Seven years ago, I started on my journey to become a programmer while in high school. Back then, times were a little hazier in my view. Facebook surely wouldn’t grow from being a fad, Blockbusters would never die, and nothing could ever displace Netflix’s mail DVD system.
Since that date, technology and cultural, societal shifts have done much to make me believe that the only constant in the world is change. Instead of being relegated to a fad, Facebook would embark on a huge story of growth and now sit on a pedestal of being ingrained in everybody’s life—willingly or not. Taking many on a roller coaster of a ride, Netflix killed the DVD mail service, tried something revolutionary and was ridiculed, and now, through it all, is an online-streaming, entertainment giant. And, Blockbusters… well, yeah.
Many of America’s aspiring developer youths in high school, myself included, share the common trait of optimism. I was driven to make the new “big thing.” Like many new developers, I wanted to make the next World of Warcraft, the next Google. Encouraged by family and peers with statements like, “You could be the next Bill Gates,” or “he made it in his garage, how hard could it be,” it was hard not to think positively instead of realistically. This is not to say that such success couldn’t still become true, but that the likelihood of it becoming reality is slim.
Unfortunately, many of the ways that young developers learn programming from are woefully inaccurate or inadequate. Whether it is tutorials that are unrelatable, small apps that serve no real purpose, or simple syntactic primer, many sources for learning how to program do not involve a struggle. Speaking from experience, the best way to learn is to struggle and overcome a challenge. You can never succeed without having experienced failure or disappointment.
For novice and beginner developers, this is probably one of the hardest things to do. When the Internet can provide you a world of knowledge, it is hard to stay committed to mastering a specific domain or program a useful application. The easy way, which nobody would blame anybody for undertaking, is to do just enough to get good grades. At this point in life for a young developer, the aim is to get accepted into a college or university’s Computer Science, Information Technology, or Computer Information Systems program. Unfortunately, this often does not prove to prepare a student well enough for the future. Younger students in these scenarios don’t get a trial-by-fire or experience a real challenge and, thus, will always face greater difficulties learning in the future.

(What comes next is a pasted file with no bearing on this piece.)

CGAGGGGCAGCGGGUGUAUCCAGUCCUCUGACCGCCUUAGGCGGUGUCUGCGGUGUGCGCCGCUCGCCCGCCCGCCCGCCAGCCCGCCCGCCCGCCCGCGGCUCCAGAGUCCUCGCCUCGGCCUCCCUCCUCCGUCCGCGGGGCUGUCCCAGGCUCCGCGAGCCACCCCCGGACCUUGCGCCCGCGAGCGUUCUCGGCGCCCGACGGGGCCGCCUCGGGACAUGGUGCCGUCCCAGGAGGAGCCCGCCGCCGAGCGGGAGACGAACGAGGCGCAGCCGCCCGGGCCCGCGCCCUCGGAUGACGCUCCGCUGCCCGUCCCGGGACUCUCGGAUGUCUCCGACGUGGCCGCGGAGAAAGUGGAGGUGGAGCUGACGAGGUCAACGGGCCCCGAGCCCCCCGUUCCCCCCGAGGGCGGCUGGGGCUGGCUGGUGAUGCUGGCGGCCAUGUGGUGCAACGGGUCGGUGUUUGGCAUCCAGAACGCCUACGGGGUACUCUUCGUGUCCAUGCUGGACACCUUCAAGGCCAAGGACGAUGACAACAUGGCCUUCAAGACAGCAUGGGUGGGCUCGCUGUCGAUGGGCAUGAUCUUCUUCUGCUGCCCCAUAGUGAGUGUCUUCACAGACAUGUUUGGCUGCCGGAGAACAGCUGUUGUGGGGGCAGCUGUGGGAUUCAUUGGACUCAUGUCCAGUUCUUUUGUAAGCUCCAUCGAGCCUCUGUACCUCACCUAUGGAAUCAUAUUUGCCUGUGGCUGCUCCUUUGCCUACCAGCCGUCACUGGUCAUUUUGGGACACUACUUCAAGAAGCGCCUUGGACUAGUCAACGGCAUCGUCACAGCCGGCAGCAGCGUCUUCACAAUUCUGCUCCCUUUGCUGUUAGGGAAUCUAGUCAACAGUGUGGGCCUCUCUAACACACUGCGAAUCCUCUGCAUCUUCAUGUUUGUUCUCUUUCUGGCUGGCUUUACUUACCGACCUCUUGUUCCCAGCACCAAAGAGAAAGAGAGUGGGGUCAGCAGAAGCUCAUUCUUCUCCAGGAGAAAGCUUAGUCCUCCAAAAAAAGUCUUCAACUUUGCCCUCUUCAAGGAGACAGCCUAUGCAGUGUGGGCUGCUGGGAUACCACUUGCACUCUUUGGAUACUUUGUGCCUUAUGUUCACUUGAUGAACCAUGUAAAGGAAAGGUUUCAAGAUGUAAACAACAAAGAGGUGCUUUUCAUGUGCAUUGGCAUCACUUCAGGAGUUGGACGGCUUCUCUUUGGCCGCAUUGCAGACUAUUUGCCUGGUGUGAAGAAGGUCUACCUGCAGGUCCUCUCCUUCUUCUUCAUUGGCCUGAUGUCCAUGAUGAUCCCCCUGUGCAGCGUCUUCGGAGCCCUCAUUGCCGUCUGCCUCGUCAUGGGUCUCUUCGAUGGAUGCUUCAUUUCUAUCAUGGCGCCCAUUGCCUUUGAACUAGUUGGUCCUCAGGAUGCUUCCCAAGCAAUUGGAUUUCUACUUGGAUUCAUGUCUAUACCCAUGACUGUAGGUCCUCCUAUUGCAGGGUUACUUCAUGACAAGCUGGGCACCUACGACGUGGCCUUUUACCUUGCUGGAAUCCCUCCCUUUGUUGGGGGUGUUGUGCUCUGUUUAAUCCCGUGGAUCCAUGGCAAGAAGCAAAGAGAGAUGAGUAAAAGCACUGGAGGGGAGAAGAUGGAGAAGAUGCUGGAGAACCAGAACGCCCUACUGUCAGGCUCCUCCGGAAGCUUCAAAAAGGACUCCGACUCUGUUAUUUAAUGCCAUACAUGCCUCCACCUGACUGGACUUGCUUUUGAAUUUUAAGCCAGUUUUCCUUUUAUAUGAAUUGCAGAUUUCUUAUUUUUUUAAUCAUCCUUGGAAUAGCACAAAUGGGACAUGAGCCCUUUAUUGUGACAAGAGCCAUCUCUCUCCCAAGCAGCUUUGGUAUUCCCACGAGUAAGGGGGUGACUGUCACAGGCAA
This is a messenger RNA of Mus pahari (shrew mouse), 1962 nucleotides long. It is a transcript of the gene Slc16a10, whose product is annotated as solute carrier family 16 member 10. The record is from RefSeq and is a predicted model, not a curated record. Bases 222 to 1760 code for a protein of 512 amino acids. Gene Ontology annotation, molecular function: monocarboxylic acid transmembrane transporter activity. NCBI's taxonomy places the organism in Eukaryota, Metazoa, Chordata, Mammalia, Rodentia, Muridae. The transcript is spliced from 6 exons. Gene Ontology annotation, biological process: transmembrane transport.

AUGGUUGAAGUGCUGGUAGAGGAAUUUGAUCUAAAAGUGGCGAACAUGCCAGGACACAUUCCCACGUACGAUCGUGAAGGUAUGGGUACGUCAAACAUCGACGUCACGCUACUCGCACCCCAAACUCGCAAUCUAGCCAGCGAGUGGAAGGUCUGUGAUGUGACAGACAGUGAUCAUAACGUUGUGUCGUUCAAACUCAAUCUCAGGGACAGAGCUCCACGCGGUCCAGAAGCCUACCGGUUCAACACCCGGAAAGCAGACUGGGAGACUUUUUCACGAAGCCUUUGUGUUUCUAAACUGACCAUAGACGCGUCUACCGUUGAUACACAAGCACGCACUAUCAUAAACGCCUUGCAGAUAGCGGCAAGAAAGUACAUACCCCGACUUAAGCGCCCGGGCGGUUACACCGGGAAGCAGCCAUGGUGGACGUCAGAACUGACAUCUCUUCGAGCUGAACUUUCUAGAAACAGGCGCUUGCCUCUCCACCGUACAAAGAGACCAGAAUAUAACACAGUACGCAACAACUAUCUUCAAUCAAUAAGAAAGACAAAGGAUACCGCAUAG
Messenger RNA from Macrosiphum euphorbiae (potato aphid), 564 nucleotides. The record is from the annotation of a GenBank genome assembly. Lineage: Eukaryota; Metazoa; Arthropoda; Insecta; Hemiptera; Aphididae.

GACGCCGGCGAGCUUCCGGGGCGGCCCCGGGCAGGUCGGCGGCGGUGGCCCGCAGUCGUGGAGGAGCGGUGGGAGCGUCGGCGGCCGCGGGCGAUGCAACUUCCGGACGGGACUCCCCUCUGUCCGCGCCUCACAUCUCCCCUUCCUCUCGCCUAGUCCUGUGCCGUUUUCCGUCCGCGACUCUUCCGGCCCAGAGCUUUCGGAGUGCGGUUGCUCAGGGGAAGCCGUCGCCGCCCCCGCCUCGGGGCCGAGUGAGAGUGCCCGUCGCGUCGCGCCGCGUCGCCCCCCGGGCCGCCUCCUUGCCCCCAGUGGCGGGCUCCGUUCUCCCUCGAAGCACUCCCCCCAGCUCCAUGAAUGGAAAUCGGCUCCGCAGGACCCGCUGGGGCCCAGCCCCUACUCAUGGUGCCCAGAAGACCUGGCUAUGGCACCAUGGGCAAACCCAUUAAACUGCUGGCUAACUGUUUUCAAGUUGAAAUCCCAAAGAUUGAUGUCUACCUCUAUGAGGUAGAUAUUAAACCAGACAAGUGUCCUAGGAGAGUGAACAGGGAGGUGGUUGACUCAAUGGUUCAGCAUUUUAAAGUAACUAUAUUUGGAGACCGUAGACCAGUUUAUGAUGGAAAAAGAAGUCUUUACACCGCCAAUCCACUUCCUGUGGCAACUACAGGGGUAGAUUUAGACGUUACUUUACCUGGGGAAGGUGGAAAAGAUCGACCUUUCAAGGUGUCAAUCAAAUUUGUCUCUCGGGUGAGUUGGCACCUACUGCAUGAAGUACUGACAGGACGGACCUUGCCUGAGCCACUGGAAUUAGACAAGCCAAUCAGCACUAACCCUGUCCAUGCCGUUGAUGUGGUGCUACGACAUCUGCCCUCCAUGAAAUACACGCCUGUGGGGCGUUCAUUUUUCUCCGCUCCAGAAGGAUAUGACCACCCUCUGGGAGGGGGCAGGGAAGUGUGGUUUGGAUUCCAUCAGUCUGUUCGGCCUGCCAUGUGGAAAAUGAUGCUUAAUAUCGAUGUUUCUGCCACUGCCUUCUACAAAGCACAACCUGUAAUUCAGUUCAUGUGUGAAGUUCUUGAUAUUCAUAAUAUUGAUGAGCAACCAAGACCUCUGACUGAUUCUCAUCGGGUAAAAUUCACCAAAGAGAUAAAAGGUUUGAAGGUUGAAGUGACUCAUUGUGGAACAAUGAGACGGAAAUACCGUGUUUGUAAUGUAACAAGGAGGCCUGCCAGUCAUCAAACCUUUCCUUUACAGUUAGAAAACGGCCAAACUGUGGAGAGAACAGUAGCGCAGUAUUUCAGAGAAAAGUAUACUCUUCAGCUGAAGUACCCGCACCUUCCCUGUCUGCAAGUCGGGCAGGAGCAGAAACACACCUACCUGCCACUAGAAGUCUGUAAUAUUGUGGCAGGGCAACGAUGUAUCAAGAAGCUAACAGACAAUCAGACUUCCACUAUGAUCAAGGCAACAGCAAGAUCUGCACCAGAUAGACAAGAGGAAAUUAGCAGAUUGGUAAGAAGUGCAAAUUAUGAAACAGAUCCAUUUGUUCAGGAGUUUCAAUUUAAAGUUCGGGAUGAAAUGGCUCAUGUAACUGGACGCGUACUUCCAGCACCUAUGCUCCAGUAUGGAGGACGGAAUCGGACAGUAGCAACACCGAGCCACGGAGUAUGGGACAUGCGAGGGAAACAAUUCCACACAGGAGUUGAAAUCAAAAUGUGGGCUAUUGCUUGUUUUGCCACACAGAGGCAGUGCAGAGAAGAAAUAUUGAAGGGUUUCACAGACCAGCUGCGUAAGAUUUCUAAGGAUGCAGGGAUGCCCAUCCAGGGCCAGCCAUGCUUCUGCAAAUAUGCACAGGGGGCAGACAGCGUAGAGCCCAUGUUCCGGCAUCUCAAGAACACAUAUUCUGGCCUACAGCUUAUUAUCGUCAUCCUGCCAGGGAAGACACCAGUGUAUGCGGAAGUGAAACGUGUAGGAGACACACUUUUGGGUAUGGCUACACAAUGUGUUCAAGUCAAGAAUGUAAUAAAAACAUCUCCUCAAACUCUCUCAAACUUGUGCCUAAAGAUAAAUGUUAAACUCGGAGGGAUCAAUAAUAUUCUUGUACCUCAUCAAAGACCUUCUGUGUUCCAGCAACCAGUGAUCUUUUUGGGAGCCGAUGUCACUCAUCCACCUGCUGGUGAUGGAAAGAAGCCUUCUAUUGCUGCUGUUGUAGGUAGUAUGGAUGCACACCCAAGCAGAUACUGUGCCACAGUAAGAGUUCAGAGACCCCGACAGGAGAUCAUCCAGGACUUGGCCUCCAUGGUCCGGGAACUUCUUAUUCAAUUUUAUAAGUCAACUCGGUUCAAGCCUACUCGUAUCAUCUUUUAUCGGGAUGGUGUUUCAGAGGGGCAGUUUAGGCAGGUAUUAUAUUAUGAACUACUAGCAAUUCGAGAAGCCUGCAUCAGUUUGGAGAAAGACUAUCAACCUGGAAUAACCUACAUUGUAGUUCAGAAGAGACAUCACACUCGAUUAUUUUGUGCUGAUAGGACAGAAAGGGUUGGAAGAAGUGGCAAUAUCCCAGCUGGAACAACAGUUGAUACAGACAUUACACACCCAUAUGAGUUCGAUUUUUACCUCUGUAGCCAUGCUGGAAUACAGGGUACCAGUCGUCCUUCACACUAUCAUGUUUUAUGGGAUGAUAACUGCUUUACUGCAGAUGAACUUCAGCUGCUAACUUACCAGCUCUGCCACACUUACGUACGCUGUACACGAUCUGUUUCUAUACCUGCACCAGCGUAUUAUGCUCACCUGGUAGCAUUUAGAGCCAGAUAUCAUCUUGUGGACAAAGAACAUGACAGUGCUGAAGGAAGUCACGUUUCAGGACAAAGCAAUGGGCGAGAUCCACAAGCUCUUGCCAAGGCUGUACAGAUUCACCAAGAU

Photo by Thomas Bennie on Unsplash Thomas Bennie
When the Internet can provide you a world of knowledge, it is hard to stay committed.
I was too young to really understand the next level past high school at the time. Thinking I could overcome almost any challenge, I was so convinced, like other developers, that I could be a world-changing developer. High school graduation definitely did not make it any easier—along with many other students, I was seen as one of those kids that could “make it in the tech world.”
This industry can be cruel to those who think they know what they’re doing but have no plan to back it up. For young developers especially, it is common for them to not have a defined plan of action after they graduate high school. They’ve been told from everybody that “IT and computers” are the big money-ticket in today’s world. They’re not wrong, but it’s not that simple! Asides from going to a higher institution of learning, they might not know the best decisions that they could make for their future. For many, the following list tends to be the plan:
As you can probably guess, this can lead to much uncertainty for America's up-and-coming developers.
This is a four-part series that will describe the path for new developers as they pursue their career. Unlike other blogs you might find online about similar journeys and career paths, I, the author, have not “made it,” yet. Trying to fool the reader would be an injustice. However, I offer the insight into the reality of what young, novice programmers experience. Struggle defines character and is needed for success, and I know that, even though I have already struggled, there is still a long road of challenges and struggles to come.
For now, I will leave you with a hint at what is to come. College? Who knew that could cost so much. Responsive web design? That’s still just tables with fluid percentage widths, right? Application programming… Well, that surely is just a Java Applet…? If you find yourself laughing, then stay tuned for Part Two!
Photo by Jamie Street on Unsplash Jamie Street